Many treatment centers will cut costs by bringing in clinical interns as their “counselors” who are required to “donate” thousands of hours in order to get licensed. While appropriate for a very low or no-cost program, a clinical team builds their wisdom and experience by practicing over years.

7)  Are you an actual treatment center, with a building and staff? or are you a call center fronting for a lead generation company?

Do not sign up for a call center, continue searching and contact treatment centers directly. If you connect online with an unscrupulous phone center the odds of you being “sold” to the highest bidder as a piece of commerce is high. Which makes you wonder; If you are “sold” on the phone and send your loved one to a rehab that lacks clinical care, or has nobody else similar to your loved one present – will it really be the best match?

8) What is your smoking policy? What about Vaping? Do you offer a Nicotine Cessation Program?

Please consider choosing a no-smoking facility, and giving up smoking at the same time that you are treating your main addiction. You will have more support and guidance for smoking-cessation now, while you’re in rehab than when you go back.

10) What are your cell-phone, iPad, and laptop policy?

Treatment centers that allow the free or easy use of digital devices often have a low level of clinical care and a basic program. It’s best to participate in face-to-face interactions and real-world activities during treatment, rather than using your devices.

11) Given the recent wave of problems with rehab fraud around urine testing, and fraudulent lab billing, what is your UA policy, and what do you require the family to pay?

Learn more about drug testing fraud here.

12) What is your refund policy if/when my loved one leaves treatment against clinical or medical advice?

This is known as an “ACA” or “AMA” exit. Many unscrupulous providers will often keep pre-paid fees due to the patient “storming off” or being “bad.” Addicted humans sometimes leave treatment, so a thoughtful refund policy is a necessity. This should be spelled out clearly in their Financial Agreement, but if not, get the refund policy in writing.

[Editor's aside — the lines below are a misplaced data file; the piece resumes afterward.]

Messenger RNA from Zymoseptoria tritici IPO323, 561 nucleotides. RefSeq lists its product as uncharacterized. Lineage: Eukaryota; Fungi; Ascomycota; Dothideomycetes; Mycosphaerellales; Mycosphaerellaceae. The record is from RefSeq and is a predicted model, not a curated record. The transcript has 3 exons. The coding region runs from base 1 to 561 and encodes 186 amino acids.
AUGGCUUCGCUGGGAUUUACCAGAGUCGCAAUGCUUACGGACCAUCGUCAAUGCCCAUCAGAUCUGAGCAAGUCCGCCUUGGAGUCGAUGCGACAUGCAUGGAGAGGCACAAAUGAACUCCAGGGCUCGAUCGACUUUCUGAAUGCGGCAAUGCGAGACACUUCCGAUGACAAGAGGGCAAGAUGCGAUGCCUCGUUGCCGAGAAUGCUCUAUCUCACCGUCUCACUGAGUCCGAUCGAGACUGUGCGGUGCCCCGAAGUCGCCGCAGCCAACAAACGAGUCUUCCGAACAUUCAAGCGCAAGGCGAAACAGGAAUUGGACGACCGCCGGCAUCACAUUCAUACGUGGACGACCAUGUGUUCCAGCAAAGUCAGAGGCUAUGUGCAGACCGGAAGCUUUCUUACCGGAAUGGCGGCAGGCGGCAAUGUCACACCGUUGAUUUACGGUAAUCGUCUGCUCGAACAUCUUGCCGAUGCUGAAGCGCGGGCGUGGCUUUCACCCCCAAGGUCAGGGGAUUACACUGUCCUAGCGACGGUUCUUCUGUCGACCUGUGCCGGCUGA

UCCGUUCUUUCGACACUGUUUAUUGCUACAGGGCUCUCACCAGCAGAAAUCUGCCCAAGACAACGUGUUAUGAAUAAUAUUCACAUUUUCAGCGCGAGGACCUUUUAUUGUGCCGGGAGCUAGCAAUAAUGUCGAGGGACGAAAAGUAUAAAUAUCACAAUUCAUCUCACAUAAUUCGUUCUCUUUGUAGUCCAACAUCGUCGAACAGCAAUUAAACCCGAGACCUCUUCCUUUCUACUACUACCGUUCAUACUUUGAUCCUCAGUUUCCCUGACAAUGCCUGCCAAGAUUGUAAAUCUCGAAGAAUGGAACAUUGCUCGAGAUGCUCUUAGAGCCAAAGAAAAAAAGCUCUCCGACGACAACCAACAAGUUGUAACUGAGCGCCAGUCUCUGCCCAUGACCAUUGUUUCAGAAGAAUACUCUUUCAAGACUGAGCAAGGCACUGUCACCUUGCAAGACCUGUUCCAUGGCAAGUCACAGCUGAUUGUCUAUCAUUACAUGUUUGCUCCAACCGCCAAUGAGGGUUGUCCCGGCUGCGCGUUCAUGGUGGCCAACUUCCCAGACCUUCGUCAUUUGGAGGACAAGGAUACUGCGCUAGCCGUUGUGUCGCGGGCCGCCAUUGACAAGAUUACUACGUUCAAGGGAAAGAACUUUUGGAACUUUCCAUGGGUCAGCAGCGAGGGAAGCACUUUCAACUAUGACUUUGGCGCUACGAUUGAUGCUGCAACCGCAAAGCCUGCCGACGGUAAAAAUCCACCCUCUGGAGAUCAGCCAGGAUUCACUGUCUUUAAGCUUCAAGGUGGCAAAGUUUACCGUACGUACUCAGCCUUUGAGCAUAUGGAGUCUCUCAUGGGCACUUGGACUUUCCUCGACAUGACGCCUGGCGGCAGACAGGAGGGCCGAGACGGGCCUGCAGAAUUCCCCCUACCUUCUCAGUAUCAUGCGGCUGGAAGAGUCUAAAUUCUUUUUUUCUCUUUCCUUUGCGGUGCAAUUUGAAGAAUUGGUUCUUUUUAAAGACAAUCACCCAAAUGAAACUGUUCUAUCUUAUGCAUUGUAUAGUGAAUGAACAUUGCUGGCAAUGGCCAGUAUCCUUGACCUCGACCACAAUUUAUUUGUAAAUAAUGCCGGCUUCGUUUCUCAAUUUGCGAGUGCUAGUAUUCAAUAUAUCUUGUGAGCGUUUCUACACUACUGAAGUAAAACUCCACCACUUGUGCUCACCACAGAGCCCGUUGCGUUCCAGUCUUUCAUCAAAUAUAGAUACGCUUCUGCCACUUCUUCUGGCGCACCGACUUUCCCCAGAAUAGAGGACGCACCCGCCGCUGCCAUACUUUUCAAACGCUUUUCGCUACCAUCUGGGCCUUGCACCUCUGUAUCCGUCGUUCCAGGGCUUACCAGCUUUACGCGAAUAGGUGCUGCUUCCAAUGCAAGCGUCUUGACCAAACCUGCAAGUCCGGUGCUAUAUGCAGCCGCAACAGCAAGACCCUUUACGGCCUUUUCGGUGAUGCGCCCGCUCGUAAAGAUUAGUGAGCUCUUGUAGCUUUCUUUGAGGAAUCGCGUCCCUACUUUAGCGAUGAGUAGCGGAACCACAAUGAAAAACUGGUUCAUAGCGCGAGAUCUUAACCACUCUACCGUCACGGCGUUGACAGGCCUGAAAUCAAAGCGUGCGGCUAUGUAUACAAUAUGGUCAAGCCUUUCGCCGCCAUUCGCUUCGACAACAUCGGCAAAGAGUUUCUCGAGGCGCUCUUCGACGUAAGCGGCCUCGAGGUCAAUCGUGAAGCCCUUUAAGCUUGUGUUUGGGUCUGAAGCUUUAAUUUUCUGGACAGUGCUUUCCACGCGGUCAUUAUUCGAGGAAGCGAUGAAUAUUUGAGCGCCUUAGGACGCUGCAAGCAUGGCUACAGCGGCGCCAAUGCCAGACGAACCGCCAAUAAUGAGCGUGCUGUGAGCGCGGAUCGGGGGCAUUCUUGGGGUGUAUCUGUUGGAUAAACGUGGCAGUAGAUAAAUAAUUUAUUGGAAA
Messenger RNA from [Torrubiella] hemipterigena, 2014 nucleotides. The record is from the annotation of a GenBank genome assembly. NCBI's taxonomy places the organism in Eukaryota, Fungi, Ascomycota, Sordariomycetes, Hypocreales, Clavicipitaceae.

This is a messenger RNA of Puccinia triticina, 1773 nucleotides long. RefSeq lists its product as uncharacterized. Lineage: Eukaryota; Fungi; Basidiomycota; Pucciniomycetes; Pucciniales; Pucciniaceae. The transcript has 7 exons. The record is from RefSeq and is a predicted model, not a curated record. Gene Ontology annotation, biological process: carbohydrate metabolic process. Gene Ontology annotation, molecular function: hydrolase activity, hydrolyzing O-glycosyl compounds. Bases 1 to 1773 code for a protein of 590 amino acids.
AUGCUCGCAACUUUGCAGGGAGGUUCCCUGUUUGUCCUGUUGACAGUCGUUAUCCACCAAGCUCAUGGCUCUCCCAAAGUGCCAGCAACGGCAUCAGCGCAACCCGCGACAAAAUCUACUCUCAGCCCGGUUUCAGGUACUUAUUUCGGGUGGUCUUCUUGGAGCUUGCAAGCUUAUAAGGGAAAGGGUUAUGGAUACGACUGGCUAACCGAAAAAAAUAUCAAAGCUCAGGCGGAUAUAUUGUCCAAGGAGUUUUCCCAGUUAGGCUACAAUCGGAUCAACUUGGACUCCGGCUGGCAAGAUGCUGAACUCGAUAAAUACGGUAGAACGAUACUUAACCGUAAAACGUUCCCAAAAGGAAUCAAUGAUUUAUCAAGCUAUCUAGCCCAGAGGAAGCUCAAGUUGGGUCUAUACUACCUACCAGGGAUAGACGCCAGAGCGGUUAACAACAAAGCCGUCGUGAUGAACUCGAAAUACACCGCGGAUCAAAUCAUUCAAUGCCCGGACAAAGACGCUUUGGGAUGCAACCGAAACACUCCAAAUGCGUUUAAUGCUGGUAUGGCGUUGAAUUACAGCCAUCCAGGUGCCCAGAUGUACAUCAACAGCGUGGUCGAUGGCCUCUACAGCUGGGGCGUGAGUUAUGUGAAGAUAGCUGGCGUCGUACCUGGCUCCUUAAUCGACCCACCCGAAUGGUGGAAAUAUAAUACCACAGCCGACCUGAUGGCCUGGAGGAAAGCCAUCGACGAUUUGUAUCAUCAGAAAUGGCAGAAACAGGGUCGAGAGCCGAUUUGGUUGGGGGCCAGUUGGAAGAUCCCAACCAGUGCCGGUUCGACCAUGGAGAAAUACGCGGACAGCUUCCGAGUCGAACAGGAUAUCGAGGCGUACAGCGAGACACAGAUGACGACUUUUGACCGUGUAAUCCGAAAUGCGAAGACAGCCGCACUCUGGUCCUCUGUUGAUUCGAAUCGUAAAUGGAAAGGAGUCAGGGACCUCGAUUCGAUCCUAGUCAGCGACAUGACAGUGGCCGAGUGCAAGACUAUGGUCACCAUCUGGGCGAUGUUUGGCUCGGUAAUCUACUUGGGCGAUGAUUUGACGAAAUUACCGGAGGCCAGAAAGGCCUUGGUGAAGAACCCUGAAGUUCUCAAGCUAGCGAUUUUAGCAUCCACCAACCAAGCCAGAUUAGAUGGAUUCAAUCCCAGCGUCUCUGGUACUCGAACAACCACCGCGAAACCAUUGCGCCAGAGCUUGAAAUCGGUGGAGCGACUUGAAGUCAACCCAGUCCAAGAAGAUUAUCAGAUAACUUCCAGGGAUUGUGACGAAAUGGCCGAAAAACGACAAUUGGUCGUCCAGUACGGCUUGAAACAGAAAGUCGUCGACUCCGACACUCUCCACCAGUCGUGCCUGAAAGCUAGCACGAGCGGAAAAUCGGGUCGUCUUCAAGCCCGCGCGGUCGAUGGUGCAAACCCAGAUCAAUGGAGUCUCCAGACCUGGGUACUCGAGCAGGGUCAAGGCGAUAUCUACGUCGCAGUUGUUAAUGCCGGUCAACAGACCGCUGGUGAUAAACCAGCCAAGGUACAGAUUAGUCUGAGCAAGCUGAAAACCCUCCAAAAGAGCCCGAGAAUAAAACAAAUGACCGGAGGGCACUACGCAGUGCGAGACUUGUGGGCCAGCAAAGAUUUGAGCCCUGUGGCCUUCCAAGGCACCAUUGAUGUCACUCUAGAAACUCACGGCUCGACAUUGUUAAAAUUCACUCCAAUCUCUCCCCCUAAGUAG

13) What is your policy on a patient who relapses? What do you do with him or her?

Different rehabs have different responses to relapse. Some rehabs offer ‘refresher’ courses where the addict can come back for a short time if they feel they’re approaching relapse, and some offer alumni support group meetings.

14)  What is the male/female ratio of your community presently? What is the average age range of your community presently? Can you describe the current community members’ “drug of choice” at this time?

Since group work is very important. You need to make sure that your loved one will feel like they are part of the group, not alienated or labeled as ‘different.’ Try to find a rehab working with a group of similar people that you’re loved one can really connect with.

We hope you’ve found this resource helpful, and informative. Since the priority is getting yourself or your loved one into an appropriate, well-staffed, and safe treatment environment, it might be a good idea to consult with an experienced Interventionist if you’re still feeling uncertain. They can help you decide what services are necessary and which ones aren’t, and craft a personalized treatment plan to get your family going in the right direction.